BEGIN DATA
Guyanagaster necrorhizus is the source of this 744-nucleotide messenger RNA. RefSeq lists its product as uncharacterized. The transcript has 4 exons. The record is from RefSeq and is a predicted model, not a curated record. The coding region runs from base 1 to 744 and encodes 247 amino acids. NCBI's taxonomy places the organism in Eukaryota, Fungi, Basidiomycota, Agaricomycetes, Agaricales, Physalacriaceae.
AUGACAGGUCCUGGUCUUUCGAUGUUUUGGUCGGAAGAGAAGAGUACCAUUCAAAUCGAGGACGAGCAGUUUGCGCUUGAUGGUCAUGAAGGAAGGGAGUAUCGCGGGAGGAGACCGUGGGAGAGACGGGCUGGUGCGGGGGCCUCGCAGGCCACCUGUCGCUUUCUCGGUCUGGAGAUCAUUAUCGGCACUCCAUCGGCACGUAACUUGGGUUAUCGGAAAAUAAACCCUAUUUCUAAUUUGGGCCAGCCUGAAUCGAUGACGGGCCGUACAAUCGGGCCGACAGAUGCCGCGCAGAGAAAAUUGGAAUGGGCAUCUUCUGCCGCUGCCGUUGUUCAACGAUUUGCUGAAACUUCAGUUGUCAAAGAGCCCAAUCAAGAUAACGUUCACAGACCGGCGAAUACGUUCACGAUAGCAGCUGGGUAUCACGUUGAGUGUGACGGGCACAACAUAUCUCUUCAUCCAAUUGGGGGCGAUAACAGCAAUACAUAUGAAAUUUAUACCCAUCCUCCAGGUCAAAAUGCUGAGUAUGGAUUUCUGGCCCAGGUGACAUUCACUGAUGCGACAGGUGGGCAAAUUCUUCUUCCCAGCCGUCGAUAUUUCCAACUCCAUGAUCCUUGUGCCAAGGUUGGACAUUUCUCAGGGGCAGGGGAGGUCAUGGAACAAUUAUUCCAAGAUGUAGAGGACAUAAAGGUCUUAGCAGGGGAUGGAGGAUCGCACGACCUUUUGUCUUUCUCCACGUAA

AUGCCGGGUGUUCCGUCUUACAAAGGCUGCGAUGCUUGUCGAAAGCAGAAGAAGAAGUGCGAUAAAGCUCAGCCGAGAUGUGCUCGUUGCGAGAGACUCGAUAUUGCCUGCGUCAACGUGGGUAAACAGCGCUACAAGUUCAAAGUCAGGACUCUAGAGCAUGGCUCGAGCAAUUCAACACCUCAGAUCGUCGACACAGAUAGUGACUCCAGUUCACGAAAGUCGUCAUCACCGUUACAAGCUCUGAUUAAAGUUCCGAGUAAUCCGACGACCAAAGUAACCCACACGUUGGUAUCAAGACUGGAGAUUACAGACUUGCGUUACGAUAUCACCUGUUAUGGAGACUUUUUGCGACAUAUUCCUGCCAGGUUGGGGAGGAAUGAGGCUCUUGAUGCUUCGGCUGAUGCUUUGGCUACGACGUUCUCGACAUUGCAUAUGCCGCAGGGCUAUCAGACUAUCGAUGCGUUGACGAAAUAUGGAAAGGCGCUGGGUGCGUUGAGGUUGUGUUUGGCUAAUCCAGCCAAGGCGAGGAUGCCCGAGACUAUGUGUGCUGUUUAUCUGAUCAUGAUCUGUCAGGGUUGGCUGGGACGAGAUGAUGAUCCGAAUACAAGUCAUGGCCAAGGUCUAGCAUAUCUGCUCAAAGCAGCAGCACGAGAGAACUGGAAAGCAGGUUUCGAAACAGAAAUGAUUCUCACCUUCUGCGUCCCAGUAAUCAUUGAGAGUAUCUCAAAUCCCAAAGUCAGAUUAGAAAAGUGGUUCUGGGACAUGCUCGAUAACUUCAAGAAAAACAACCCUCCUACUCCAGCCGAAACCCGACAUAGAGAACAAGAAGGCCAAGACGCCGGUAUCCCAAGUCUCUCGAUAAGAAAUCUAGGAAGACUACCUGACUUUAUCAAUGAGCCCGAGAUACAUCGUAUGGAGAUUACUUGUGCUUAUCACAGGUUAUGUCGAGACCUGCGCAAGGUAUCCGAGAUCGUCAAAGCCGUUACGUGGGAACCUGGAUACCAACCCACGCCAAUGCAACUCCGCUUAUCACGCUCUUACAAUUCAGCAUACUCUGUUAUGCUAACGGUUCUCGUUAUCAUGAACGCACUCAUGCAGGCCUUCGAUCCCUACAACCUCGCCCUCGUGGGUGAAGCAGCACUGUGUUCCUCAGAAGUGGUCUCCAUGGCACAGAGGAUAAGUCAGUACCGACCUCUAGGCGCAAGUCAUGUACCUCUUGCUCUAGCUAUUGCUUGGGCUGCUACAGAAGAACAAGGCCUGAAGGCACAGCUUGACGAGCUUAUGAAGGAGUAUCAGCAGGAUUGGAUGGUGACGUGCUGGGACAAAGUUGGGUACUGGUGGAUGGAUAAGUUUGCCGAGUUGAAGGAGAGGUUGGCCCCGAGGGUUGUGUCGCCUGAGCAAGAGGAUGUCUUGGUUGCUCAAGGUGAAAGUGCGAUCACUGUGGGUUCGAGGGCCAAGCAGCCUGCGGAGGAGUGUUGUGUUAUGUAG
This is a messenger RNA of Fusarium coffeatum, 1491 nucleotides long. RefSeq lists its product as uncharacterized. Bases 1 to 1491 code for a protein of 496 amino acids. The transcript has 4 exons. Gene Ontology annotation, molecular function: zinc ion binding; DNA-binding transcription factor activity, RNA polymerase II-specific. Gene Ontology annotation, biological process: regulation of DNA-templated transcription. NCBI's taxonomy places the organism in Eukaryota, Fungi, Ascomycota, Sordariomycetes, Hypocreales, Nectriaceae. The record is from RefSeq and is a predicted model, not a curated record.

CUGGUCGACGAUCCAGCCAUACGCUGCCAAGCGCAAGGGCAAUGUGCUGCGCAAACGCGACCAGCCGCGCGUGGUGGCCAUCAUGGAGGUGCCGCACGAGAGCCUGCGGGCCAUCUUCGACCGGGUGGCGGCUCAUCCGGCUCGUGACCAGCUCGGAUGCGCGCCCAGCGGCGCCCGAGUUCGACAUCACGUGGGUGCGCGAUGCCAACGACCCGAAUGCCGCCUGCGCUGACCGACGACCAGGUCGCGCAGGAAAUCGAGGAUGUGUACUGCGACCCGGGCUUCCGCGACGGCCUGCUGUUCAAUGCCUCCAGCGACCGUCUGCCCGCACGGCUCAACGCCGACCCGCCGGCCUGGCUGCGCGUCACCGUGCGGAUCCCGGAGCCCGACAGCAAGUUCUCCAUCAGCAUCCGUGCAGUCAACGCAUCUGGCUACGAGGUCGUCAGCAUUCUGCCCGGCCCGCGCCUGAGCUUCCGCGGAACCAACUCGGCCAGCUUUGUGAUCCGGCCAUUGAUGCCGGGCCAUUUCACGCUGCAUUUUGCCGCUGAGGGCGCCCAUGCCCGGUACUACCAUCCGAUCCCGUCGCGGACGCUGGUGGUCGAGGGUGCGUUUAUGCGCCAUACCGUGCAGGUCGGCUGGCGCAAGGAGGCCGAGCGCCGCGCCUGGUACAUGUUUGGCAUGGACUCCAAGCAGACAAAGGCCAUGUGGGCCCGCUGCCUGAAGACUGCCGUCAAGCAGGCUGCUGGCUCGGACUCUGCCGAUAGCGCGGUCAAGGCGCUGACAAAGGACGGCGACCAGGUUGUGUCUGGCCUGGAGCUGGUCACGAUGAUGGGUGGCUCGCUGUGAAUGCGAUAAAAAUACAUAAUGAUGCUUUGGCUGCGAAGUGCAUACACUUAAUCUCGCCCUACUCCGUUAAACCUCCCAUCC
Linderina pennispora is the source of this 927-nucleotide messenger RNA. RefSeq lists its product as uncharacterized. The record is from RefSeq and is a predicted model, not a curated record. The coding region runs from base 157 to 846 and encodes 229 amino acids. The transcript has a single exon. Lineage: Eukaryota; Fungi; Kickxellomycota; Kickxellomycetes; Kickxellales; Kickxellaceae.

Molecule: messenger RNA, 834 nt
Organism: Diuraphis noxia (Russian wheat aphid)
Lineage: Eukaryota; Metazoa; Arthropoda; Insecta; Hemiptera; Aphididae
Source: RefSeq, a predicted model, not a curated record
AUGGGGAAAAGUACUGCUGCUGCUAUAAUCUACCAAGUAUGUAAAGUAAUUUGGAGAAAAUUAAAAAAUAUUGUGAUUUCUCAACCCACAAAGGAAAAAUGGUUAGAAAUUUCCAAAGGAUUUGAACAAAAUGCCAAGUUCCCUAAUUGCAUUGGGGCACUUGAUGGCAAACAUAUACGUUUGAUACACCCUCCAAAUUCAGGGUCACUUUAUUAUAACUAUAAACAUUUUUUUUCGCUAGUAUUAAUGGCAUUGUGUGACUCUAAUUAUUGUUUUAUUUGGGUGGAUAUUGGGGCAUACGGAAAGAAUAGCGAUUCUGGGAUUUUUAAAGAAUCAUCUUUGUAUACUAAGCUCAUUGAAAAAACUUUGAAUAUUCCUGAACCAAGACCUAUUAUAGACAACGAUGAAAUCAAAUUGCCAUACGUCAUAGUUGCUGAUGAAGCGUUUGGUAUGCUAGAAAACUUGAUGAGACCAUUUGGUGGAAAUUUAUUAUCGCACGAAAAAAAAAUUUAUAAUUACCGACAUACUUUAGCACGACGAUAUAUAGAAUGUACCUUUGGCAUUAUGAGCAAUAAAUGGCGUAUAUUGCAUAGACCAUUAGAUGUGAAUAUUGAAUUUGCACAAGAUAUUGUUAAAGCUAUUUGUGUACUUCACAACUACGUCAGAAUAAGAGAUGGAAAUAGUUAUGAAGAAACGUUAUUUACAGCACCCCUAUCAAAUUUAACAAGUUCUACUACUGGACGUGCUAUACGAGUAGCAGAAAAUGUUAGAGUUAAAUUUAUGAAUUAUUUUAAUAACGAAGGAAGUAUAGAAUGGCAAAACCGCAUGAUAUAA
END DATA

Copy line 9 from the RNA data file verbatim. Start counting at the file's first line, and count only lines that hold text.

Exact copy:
Lineage: Eukaryota; Metazoa; Arthropoda; Insecta; Hemiptera; Aphididae